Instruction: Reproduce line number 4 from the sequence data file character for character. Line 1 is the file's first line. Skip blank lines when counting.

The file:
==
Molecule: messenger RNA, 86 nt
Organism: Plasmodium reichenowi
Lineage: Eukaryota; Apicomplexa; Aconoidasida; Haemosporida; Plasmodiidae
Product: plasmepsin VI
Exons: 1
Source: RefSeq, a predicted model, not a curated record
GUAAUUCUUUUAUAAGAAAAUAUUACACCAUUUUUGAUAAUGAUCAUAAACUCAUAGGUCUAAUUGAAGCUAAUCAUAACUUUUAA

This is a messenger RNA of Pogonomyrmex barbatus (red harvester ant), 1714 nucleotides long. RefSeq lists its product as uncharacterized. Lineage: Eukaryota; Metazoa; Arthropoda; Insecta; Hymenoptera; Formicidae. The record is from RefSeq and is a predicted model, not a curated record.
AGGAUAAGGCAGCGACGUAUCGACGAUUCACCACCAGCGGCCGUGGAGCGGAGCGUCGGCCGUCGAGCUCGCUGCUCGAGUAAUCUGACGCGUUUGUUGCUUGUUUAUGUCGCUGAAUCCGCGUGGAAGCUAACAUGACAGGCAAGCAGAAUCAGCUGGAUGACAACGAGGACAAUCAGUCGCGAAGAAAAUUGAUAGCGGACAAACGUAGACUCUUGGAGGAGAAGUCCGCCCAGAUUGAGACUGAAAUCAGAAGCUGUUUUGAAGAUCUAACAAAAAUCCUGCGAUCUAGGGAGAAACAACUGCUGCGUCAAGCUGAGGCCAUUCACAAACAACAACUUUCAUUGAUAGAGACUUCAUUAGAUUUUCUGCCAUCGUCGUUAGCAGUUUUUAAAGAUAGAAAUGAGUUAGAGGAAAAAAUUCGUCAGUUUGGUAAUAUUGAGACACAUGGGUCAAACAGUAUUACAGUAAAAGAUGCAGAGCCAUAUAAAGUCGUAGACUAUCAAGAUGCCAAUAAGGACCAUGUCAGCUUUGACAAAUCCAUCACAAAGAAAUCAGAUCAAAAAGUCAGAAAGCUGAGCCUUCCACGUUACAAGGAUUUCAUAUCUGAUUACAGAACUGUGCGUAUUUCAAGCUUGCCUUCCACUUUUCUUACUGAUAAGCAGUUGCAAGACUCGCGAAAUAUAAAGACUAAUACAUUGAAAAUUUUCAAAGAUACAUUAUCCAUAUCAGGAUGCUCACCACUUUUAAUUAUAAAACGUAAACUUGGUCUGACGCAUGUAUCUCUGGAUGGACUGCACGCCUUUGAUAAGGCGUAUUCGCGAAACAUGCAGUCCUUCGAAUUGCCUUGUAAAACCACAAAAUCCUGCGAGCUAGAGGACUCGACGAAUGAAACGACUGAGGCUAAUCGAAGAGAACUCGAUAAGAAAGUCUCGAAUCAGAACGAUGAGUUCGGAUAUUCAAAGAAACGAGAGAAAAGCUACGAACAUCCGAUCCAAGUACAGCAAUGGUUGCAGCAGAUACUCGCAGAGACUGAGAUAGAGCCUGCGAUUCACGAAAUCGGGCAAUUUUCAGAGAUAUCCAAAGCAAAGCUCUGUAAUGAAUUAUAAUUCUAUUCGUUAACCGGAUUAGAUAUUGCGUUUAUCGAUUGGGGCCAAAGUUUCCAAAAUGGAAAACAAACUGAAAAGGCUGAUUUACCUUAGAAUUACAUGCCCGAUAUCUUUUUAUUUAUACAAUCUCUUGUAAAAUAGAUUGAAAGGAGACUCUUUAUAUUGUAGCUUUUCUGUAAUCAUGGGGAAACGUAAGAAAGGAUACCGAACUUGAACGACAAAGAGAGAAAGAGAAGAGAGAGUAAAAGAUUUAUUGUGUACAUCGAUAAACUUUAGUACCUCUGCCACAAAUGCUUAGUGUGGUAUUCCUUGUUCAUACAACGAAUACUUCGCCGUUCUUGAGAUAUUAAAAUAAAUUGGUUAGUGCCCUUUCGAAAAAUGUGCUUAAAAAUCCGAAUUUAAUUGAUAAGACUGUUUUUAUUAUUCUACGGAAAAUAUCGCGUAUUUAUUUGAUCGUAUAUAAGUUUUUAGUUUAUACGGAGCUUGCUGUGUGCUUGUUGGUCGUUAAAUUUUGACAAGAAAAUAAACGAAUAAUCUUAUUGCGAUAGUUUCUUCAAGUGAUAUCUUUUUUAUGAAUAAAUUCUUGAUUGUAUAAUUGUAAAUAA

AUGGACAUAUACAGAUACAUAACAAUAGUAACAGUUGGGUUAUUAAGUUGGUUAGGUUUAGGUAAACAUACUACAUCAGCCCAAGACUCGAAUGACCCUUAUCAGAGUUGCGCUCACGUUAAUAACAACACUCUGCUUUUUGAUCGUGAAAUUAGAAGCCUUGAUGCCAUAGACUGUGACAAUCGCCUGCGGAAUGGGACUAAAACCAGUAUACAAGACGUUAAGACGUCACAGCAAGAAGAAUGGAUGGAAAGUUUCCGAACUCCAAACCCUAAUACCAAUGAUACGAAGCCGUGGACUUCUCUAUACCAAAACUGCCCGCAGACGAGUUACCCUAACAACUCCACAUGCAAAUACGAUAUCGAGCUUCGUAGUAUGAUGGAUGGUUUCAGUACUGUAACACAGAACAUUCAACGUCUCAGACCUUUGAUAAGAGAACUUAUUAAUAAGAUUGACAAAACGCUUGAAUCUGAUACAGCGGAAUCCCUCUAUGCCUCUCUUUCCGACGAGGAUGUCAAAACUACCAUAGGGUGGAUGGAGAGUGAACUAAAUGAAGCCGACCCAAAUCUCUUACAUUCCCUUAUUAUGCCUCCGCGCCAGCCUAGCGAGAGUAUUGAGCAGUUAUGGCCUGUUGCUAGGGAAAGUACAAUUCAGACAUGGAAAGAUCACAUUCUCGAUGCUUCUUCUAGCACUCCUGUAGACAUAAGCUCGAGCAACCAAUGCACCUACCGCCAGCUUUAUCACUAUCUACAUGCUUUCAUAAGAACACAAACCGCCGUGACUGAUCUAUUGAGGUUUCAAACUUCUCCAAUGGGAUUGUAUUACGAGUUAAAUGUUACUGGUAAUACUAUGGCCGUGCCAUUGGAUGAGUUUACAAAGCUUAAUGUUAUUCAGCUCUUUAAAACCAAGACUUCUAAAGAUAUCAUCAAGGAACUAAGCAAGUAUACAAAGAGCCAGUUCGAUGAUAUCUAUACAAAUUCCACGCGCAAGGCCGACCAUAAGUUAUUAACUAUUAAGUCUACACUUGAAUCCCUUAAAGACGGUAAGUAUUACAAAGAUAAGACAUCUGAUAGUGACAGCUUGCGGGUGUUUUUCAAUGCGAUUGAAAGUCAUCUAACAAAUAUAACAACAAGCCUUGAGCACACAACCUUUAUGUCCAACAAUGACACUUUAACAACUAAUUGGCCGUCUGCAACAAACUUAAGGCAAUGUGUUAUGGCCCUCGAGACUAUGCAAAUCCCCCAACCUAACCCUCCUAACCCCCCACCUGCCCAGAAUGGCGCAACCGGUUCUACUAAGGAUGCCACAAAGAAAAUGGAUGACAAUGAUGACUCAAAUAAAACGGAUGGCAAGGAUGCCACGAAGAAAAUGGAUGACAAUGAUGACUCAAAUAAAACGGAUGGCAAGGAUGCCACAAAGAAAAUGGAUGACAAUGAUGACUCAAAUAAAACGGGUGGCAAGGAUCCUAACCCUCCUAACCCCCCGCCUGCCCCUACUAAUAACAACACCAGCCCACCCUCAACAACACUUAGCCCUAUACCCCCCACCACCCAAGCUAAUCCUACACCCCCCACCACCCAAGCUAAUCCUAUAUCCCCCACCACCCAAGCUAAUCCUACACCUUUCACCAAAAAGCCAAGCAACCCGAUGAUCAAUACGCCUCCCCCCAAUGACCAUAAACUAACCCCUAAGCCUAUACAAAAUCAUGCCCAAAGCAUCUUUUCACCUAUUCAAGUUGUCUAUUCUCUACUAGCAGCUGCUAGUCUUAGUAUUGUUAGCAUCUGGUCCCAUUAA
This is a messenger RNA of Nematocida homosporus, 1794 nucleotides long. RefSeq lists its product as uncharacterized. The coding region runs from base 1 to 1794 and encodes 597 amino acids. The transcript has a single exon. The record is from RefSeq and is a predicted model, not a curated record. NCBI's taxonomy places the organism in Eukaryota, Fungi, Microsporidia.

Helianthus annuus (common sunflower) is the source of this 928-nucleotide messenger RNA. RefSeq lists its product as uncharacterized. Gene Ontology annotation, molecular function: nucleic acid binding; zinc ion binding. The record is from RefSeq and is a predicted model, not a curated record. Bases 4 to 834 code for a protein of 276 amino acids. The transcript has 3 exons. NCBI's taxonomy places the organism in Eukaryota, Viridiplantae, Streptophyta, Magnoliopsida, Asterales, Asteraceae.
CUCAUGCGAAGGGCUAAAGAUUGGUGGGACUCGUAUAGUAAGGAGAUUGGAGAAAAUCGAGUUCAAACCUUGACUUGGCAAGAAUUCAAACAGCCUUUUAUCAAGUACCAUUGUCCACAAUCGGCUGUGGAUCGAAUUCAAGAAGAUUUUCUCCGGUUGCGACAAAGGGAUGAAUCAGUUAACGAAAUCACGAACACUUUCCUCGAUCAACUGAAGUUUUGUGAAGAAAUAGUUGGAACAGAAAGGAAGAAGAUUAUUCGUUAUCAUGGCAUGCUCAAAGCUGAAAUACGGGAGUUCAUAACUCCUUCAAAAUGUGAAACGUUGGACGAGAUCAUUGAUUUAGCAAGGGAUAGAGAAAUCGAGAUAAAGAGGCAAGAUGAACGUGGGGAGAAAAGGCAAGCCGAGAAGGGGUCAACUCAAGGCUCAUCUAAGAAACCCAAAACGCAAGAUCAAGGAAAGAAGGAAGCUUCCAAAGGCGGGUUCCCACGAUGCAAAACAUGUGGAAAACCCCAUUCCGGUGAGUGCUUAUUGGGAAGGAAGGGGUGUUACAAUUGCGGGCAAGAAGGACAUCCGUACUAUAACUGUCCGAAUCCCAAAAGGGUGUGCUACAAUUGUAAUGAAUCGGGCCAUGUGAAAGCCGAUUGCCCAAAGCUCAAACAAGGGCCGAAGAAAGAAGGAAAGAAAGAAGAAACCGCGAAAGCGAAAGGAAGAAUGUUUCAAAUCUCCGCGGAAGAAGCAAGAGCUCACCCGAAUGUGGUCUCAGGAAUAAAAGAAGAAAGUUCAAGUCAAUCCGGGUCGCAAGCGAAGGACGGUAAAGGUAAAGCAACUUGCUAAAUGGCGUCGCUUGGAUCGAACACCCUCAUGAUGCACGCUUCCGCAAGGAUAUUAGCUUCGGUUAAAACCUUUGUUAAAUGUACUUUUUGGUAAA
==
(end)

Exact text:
Product: plasmepsin VI